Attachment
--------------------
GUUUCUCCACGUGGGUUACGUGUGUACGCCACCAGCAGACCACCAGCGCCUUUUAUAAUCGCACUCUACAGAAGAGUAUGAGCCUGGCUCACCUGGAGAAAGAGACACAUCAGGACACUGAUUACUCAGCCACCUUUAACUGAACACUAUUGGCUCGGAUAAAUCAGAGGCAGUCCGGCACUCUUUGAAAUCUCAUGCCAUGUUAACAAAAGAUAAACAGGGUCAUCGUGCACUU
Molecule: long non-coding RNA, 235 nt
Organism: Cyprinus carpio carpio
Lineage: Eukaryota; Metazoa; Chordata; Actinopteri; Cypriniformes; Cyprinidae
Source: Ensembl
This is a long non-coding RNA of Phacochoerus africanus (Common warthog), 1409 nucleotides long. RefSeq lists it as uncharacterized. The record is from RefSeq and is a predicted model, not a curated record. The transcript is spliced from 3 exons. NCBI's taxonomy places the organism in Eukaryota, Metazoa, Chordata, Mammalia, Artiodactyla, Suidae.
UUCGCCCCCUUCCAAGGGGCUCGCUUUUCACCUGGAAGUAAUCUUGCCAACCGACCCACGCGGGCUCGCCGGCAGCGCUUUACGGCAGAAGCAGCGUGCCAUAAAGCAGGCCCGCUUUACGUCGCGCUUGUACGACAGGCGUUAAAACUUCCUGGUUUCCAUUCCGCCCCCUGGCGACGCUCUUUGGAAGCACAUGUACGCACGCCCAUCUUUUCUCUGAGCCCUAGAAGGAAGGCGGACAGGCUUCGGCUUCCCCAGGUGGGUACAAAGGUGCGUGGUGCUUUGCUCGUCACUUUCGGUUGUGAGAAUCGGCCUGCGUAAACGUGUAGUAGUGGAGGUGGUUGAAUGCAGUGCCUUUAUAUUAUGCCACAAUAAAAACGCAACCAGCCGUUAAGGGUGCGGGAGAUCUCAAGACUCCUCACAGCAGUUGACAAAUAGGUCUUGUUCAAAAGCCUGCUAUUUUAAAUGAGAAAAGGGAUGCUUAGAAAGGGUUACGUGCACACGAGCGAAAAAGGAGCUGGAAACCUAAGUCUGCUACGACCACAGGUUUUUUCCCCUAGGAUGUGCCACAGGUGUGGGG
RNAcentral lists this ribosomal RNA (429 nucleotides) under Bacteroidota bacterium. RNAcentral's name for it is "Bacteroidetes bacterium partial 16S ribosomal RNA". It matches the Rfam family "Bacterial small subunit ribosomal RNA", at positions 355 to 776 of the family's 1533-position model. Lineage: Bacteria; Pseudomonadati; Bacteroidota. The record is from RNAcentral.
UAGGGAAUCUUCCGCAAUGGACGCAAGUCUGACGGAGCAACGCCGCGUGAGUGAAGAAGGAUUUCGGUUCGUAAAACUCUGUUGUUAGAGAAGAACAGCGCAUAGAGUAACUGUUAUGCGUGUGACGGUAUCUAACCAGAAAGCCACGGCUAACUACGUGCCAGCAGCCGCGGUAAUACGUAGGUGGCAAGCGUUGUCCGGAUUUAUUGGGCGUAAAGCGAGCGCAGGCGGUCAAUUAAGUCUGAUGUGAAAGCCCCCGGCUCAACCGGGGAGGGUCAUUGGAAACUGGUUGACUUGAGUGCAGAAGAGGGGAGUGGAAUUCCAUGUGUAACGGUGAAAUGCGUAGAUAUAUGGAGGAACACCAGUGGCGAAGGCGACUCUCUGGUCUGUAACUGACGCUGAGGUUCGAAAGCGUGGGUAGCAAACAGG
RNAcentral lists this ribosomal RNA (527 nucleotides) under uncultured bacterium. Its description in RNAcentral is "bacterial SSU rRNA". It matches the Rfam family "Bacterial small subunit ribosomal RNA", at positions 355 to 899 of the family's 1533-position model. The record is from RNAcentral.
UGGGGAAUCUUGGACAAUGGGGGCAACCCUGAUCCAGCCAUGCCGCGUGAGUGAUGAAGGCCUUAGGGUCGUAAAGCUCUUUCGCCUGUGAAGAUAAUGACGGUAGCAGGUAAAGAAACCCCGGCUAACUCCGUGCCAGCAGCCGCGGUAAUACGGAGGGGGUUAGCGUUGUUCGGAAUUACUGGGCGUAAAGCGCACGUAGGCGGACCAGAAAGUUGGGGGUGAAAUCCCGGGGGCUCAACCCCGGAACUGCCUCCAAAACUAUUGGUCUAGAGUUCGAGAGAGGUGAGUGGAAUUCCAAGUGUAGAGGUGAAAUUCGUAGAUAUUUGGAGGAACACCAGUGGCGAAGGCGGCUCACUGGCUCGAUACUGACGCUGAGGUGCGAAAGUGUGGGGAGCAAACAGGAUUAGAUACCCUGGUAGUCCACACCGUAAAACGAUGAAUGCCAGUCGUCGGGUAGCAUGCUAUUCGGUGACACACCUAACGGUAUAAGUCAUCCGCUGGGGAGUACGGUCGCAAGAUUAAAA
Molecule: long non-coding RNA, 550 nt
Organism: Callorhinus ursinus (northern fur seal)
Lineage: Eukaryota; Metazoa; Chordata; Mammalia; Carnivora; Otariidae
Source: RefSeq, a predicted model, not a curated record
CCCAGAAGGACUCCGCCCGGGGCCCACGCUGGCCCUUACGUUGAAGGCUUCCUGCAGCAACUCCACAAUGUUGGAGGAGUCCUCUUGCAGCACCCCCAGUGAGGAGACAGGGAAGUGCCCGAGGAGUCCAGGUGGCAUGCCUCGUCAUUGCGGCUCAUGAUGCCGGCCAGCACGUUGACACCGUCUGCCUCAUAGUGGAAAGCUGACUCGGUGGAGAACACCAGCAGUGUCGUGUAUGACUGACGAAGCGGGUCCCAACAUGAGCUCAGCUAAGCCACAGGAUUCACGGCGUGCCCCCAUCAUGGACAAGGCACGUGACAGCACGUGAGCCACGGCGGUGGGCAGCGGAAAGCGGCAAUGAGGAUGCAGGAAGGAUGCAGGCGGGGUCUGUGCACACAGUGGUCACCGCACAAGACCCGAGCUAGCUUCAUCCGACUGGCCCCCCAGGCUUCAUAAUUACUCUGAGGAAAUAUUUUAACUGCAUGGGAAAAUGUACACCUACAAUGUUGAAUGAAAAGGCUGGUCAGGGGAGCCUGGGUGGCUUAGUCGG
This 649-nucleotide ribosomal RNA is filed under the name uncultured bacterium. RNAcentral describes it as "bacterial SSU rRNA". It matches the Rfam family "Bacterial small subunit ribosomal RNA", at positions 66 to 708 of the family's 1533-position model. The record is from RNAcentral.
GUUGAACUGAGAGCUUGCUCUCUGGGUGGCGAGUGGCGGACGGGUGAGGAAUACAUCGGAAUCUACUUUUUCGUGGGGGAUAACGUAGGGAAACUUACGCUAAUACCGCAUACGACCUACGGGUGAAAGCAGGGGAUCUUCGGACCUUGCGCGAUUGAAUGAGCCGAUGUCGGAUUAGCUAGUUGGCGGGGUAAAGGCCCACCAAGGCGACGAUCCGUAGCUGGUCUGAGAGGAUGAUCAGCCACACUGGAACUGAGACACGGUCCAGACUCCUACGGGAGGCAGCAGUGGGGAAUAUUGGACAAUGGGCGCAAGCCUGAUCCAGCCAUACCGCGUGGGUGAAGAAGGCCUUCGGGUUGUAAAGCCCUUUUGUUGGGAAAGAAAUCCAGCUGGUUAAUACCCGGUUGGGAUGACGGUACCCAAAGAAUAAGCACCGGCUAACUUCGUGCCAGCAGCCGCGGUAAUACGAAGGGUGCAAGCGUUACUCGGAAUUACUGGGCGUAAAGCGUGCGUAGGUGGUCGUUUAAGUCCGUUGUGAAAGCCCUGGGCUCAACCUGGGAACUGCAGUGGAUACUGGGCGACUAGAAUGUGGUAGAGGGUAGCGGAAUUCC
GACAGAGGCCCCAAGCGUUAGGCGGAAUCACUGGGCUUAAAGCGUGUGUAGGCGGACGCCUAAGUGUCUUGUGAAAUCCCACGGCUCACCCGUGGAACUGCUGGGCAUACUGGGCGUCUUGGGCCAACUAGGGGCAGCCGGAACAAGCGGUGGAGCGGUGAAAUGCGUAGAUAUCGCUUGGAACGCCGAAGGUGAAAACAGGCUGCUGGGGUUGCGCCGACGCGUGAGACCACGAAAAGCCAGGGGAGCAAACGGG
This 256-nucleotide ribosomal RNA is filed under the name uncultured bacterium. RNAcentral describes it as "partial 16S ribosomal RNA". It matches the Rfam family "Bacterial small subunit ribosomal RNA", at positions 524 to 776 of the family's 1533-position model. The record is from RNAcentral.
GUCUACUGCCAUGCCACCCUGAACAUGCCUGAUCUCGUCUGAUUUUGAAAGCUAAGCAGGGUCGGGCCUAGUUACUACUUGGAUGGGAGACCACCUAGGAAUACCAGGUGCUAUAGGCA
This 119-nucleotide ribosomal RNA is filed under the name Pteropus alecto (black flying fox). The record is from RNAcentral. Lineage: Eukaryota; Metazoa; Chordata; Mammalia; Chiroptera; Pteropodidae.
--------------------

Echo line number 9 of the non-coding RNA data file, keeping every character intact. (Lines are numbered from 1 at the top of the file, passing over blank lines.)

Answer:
UAGGGAAUCUUCCGCAAUGGACGCAAGUCUGACGGAGCAACGCCGCGUGAGUGAAGAAGGAUUUCGGUUCGUAAAACUCUGUUGUUAGAGAAGAACAGCGCAUAGAGUAACUGUUAUGCGUGUGACGGUAUCUAACCAGAAAGCCACGGCUAACUACGUGCCAGCAGCCGCGGUAAUACGUAGGUGGCAAGCGUUGUCCGGAUUUAUUGGGCGUAAAGCGAGCGCAGGCGGUCAAUUAAGUCUGAUGUGAAAGCCCCCGGCUCAACCGGGGAGGGUCAUUGGAAACUGGUUGACUUGAGUGCAGAAGAGGGGAGUGGAAUUCCAUGUGUAACGGUGAAAUGCGUAGAUAUAUGGAGGAACACCAGUGGCGAAGGCGACUCUCUGGUCUGUAACUGACGCUGAGGUUCGAAAGCGUGGGUAGCAAACAGG